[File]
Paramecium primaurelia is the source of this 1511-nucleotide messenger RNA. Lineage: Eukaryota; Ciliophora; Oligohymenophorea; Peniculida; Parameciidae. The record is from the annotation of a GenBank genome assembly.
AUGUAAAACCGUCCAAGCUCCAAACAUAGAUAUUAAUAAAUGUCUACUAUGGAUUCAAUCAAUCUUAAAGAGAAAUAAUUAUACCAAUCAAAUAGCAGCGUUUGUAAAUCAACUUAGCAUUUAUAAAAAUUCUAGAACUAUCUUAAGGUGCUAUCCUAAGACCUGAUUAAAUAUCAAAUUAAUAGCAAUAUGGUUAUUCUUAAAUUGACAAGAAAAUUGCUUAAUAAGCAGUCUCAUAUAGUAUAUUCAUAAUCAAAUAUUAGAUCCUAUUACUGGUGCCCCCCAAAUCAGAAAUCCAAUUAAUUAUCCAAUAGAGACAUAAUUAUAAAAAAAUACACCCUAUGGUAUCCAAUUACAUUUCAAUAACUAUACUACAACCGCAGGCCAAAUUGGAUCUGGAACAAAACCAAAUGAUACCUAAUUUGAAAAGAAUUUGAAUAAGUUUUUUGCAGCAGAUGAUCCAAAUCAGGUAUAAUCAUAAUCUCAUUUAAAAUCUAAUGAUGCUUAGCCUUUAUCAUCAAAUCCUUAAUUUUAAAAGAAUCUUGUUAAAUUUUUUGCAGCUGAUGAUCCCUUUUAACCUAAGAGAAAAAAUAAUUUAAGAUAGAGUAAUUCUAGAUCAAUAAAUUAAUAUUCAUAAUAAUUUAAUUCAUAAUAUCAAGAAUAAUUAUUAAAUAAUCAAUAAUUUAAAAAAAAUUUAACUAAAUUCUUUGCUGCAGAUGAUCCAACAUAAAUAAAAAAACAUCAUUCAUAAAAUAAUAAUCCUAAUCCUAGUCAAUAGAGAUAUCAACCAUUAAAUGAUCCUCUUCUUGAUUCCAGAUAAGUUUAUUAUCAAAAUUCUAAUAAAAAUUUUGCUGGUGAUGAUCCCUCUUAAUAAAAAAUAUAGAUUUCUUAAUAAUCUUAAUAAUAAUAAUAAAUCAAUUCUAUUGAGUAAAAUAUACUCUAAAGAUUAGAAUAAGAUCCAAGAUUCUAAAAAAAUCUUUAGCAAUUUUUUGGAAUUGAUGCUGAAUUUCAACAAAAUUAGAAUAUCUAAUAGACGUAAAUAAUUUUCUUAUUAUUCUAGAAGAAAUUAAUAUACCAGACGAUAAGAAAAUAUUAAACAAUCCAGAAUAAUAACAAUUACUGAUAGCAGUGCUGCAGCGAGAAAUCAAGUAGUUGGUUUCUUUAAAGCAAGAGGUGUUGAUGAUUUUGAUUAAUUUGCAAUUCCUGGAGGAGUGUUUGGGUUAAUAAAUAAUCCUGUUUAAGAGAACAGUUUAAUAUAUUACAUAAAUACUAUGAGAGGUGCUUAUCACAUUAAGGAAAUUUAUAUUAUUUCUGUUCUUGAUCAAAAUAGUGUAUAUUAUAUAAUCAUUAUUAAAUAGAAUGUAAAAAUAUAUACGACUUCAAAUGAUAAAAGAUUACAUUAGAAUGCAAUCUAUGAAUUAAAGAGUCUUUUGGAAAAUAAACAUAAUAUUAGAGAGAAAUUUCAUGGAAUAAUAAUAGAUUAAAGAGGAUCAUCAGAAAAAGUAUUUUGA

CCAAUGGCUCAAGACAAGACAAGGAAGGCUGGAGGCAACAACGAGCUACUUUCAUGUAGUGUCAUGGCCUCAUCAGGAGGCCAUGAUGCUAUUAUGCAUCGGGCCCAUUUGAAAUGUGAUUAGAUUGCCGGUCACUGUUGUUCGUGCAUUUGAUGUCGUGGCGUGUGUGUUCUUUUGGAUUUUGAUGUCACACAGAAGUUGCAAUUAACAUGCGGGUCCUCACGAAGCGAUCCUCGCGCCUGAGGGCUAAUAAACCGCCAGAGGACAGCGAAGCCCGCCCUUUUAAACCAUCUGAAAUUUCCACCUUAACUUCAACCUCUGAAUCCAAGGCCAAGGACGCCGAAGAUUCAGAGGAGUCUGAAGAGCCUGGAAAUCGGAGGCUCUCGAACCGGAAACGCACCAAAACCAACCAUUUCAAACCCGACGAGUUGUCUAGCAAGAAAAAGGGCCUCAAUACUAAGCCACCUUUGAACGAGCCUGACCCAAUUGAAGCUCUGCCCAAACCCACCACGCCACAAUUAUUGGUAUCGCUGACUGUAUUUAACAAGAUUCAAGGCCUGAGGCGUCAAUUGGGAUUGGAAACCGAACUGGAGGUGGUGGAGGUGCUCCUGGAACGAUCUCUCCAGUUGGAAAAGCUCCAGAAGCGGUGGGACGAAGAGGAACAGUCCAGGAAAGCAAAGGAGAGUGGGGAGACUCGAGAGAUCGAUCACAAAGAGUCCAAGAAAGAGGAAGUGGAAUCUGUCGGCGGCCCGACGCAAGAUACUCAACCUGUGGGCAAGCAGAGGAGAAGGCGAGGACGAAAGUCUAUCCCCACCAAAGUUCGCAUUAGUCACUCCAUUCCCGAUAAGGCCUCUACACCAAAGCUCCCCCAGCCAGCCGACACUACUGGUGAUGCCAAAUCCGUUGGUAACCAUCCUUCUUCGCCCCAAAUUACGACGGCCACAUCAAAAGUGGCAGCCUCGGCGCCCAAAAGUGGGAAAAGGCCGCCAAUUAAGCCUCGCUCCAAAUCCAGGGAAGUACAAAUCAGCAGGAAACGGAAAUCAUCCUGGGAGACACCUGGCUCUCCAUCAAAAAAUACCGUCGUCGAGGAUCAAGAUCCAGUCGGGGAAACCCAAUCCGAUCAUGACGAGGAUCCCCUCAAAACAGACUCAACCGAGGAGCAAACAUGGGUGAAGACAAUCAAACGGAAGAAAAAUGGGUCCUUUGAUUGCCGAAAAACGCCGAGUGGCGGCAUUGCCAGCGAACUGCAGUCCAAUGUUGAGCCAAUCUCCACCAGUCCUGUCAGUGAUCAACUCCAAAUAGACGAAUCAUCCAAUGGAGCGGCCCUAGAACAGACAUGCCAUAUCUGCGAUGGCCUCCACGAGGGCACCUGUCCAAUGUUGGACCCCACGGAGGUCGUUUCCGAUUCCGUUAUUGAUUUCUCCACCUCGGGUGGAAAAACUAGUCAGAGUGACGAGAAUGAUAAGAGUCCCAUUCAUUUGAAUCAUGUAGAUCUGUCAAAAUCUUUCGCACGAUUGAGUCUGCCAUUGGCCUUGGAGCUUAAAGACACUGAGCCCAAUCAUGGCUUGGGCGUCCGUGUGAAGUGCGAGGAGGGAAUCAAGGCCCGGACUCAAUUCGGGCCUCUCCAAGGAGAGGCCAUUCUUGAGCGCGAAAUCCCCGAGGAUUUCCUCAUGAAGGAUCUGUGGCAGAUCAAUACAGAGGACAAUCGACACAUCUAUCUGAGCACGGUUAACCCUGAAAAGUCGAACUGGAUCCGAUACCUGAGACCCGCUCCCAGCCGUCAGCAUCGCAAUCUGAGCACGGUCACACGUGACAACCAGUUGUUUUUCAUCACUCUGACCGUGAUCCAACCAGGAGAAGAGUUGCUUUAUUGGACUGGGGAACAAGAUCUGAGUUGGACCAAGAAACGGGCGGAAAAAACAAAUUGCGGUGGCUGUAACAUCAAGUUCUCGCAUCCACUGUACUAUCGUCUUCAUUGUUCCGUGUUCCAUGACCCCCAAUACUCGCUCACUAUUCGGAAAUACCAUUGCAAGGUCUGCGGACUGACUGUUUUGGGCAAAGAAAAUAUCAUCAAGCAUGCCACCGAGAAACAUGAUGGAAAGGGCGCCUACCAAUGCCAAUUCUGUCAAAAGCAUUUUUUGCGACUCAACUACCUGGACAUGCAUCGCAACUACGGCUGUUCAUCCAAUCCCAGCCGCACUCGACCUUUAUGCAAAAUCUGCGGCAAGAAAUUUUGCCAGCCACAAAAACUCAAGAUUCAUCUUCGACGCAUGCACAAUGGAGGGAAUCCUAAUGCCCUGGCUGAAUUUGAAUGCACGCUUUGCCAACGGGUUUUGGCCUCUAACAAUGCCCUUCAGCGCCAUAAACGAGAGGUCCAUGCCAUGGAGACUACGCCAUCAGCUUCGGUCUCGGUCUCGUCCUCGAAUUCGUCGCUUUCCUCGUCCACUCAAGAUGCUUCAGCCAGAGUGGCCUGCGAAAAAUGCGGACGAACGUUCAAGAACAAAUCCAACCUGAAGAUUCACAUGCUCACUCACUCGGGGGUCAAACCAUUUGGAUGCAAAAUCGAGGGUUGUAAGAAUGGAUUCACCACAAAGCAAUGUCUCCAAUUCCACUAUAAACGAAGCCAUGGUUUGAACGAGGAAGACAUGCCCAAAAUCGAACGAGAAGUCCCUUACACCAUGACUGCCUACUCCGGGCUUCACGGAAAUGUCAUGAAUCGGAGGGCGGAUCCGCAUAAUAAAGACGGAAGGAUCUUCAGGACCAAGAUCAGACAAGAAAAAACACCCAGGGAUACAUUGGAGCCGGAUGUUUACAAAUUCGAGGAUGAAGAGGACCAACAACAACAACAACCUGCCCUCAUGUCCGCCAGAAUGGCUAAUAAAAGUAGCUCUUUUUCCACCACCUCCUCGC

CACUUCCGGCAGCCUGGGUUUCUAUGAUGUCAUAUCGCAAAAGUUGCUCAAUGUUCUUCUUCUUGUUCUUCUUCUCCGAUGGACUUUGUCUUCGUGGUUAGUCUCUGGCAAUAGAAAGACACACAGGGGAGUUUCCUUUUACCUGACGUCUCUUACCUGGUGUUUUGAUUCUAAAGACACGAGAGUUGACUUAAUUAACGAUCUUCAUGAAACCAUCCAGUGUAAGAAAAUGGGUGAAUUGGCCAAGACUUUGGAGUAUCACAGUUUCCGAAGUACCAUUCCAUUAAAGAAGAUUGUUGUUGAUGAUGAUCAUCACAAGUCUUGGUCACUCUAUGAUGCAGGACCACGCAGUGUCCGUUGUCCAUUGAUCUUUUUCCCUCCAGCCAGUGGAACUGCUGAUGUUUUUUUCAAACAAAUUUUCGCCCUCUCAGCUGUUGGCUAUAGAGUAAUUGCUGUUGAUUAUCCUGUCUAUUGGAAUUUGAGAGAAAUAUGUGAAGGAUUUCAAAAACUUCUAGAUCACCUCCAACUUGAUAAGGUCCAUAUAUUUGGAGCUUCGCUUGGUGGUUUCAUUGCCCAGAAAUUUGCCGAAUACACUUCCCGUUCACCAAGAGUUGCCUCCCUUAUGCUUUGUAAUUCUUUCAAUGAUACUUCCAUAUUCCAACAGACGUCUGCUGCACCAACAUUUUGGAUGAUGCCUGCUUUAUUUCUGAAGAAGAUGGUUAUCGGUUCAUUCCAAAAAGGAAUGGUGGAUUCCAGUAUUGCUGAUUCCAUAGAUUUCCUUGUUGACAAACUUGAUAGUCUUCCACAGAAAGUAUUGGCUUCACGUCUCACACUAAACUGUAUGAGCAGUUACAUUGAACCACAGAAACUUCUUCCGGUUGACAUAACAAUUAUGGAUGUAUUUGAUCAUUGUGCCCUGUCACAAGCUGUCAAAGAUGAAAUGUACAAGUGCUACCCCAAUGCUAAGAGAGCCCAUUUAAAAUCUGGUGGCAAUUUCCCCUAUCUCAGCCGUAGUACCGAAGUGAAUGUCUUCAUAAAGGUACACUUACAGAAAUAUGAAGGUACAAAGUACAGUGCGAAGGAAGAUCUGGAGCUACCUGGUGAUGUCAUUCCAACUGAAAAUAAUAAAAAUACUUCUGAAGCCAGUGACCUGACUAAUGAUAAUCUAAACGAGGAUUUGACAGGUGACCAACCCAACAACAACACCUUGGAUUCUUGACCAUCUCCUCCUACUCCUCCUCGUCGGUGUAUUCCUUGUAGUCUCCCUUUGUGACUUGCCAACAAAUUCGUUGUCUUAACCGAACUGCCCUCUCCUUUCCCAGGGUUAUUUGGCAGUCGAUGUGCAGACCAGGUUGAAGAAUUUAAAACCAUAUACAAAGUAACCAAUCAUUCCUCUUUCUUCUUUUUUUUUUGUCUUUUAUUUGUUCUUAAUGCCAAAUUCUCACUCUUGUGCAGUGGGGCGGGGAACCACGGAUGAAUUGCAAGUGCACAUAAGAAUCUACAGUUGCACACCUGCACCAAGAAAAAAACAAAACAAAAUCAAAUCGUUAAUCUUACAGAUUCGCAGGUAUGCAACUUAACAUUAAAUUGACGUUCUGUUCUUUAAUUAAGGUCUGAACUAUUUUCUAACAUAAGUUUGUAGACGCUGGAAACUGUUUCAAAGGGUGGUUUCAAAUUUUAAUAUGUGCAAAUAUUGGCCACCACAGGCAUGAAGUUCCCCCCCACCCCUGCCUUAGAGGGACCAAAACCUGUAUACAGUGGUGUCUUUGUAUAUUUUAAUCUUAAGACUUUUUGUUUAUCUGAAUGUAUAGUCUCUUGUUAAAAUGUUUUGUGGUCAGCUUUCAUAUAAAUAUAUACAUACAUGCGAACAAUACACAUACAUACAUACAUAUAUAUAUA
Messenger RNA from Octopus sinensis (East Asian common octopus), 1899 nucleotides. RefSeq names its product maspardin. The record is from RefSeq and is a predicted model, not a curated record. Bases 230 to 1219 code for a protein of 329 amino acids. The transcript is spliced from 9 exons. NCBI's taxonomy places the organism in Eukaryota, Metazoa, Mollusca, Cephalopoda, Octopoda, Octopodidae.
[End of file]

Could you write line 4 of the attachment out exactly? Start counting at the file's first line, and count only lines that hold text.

CACUUCCGGCAGCCUGGGUUUCUAUGAUGUCAUAUCGCAAAAGUUGCUCAAUGUUCUUCUUCUUGUUCUUCUUCUCCGAUGGACUUUGUCUUCGUGGUUAGUCUCUGGCAAUAGAAAGACACACAGGGGAGUUUCCUUUUACCUGACGUCUCUUACCUGGUGUUUUGAUUCUAAAGACACGAGAGUUGACUUAAUUAACGAUCUUCAUGAAACCAUCCAGUGUAAGAAAAUGGGUGAAUUGGCCAAGACUUUGGAGUAUCACAGUUUCCGAAGUACCAUUCCAUUAAAGAAGAUUGUUGUUGAUGAUGAUCAUCACAAGUCUUGGUCACUCUAUGAUGCAGGACCACGCAGUGUCCGUUGUCCAUUGAUCUUUUUCCCUCCAGCCAGUGGAACUGCUGAUGUUUUUUUCAAACAAAUUUUCGCCCUCUCAGCUGUUGGCUAUAGAGUAAUUGCUGUUGAUUAUCCUGUCUAUUGGAAUUUGAGAGAAAUAUGUGAAGGAUUUCAAAAACUUCUAGAUCACCUCCAACUUGAUAAGGUCCAUAUAUUUGGAGCUUCGCUUGGUGGUUUCAUUGCCCAGAAAUUUGCCGAAUACACUUCCCGUUCACCAAGAGUUGCCUCCCUUAUGCUUUGUAAUUCUUUCAAUGAUACUUCCAUAUUCCAACAGACGUCUGCUGCACCAACAUUUUGGAUGAUGCCUGCUUUAUUUCUGAAGAAGAUGGUUAUCGGUUCAUUCCAAAAAGGAAUGGUGGAUUCCAGUAUUGCUGAUUCCAUAGAUUUCCUUGUUGACAAACUUGAUAGUCUUCCACAGAAAGUAUUGGCUUCACGUCUCACACUAAACUGUAUGAGCAGUUACAUUGAACCACAGAAACUUCUUCCGGUUGACAUAACAAUUAUGGAUGUAUUUGAUCAUUGUGCCCUGUCACAAGCUGUCAAAGAUGAAAUGUACAAGUGCUACCCCAAUGCUAAGAGAGCCCAUUUAAAAUCUGGUGGCAAUUUCCCCUAUCUCAGCCGUAGUACCGAAGUGAAUGUCUUCAUAAAGGUACACUUACAGAAAUAUGAAGGUACAAAGUACAGUGCGAAGGAAGAUCUGGAGCUACCUGGUGAUGUCAUUCCAACUGAAAAUAAUAAAAAUACUUCUGAAGCCAGUGACCUGACUAAUGAUAAUCUAAACGAGGAUUUGACAGGUGACCAACCCAACAACAACACCUUGGAUUCUUGACCAUCUCCUCCUACUCCUCCUCGUCGGUGUAUUCCUUGUAGUCUCCCUUUGUGACUUGCCAACAAAUUCGUUGUCUUAACCGAACUGCCCUCUCCUUUCCCAGGGUUAUUUGGCAGUCGAUGUGCAGACCAGGUUGAAGAAUUUAAAACCAUAUACAAAGUAACCAAUCAUUCCUCUUUCUUCUUUUUUUUUUGUCUUUUAUUUGUUCUUAAUGCCAAAUUCUCACUCUUGUGCAGUGGGGCGGGGAACCACGGAUGAAUUGCAAGUGCACAUAAGAAUCUACAGUUGCACACCUGCACCAAGAAAAAAACAAAACAAAAUCAAAUCGUUAAUCUUACAGAUUCGCAGGUAUGCAACUUAACAUUAAAUUGACGUUCUGUUCUUUAAUUAAGGUCUGAACUAUUUUCUAACAUAAGUUUGUAGACGCUGGAAACUGUUUCAAAGGGUGGUUUCAAAUUUUAAUAUGUGCAAAUAUUGGCCACCACAGGCAUGAAGUUCCCCCCCACCCCUGCCUUAGAGGGACCAAAACCUGUAUACAGUGGUGUCUUUGUAUAUUUUAAUCUUAAGACUUUUUGUUUAUCUGAAUGUAUAGUCUCUUGUUAAAAUGUUUUGUGGUCAGCUUUCAUAUAAAUAUAUACAUACAUGCGAACAAUACACAUACAUACAUACAUAUAUAUAUA